Harper's Guide to Wild Flowers
by Caroline Alathea Stickney Creevey
Publisher: Harper 1912
Number of pages: 596
This book explains the easiest way of telling flowers and plants. These ways are based upon the new classification. The first way of telling flowers is by color. It is the simplest means of identification, and to this the most space is given. Secondly, flowers may be identified by their dwelling-places or habitats. Thirdly, flowers are shown by seasons, the time and order of their blossoms.
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by H. Marshall Ward - Cambridge University Press
The book is an account of common native species, so arranged that the student may learn how to closely observe and deal with the distinctive characters of these remarkable plants when such problems as the botanical analysis of weeds are presented.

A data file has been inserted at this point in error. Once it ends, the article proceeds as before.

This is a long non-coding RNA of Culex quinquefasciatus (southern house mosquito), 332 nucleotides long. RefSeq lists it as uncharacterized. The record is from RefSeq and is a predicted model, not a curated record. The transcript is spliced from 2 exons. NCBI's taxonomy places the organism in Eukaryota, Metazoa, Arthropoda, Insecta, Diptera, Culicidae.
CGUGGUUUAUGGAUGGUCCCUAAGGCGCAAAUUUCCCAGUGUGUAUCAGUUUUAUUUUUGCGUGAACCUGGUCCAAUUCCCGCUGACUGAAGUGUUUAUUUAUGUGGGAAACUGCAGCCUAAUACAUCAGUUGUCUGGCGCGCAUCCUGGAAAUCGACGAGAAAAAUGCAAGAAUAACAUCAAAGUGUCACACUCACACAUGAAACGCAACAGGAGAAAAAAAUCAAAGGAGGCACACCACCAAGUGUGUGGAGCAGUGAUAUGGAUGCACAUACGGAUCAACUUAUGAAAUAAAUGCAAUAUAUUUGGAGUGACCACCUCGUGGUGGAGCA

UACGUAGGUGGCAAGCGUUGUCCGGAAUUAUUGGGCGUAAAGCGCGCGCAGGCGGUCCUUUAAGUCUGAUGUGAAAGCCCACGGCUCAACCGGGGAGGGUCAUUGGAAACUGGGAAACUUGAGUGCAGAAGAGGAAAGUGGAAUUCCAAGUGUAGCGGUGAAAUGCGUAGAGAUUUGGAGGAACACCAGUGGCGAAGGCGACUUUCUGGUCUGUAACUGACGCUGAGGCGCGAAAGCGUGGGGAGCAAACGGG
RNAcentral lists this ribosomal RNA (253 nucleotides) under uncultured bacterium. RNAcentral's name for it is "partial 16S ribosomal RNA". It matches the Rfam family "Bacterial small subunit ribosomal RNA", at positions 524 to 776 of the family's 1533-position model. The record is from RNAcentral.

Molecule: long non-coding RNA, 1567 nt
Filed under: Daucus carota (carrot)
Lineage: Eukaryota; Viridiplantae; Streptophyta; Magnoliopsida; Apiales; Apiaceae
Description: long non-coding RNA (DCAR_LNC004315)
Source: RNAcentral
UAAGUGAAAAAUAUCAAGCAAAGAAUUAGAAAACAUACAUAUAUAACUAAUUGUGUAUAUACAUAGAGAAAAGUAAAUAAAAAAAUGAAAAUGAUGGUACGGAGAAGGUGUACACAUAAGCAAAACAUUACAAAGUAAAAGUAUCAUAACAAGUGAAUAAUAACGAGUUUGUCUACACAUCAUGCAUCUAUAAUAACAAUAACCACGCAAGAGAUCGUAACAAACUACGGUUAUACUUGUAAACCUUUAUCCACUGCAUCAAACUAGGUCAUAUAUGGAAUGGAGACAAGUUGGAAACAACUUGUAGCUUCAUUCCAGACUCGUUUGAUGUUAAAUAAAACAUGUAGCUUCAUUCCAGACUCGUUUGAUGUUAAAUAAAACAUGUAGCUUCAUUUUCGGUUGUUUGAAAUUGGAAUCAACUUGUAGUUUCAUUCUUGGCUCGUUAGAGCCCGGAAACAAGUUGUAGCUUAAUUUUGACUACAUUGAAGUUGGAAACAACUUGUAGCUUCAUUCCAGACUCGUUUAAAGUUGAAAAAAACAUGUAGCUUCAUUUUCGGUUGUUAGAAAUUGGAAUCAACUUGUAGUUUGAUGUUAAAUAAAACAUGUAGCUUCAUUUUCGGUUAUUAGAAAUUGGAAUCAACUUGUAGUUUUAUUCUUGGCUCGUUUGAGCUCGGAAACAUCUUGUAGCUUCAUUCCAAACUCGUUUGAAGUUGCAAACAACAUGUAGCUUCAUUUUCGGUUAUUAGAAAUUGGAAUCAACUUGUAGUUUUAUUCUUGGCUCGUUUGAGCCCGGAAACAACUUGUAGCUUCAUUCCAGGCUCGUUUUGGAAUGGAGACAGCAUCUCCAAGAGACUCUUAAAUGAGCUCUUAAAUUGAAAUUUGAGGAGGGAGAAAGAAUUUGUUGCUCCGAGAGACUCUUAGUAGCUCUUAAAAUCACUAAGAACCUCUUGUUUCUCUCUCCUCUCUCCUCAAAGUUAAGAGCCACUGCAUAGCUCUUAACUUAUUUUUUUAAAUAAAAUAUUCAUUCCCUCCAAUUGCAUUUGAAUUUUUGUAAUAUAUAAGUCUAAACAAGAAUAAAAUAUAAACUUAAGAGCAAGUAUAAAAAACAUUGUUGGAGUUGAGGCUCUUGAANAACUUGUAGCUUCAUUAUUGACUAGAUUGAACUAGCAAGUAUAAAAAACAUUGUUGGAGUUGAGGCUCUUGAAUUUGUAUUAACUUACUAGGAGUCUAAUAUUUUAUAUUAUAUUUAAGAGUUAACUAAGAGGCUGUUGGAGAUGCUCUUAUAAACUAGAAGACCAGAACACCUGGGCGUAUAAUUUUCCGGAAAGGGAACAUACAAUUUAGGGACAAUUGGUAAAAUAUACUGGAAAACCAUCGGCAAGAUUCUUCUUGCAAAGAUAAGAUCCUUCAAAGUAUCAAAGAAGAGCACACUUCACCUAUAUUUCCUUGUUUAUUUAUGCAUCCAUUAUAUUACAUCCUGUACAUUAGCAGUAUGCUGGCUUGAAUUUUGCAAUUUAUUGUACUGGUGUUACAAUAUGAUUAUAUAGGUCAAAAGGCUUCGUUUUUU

by L. H. Bailey - Macmillan
Contents: No Two Plants or Parts are Alike; The Struggle to Live; Survival of the Fit; Plant Societies; The Plant Body; Seeds and Germination; The Root - The Forms of Roots; The Root - Function and Structure; The Stem - Kinds and Forms; etc.
by Alice Bergfeld, Rolf Bergmann, Peter v. Sengbusch - University of Hamburg
This hypertextbook covers all plant anatomy, classic genetics, organic chemistry and plant biochemistry, intercellular communication, interactions between plants, fungi, bacteria, and viruses, evolution, and a part of ecology.
by Charles McIlvaine - The Bobbs-Merrill Co.
My researches is confined to the species large enough to appease the appetite of a hungry naturalist if found in reasonable quantity; and my work is devoted to segregating the edible and innocuous from the tough, undesirable and poisonous kinds.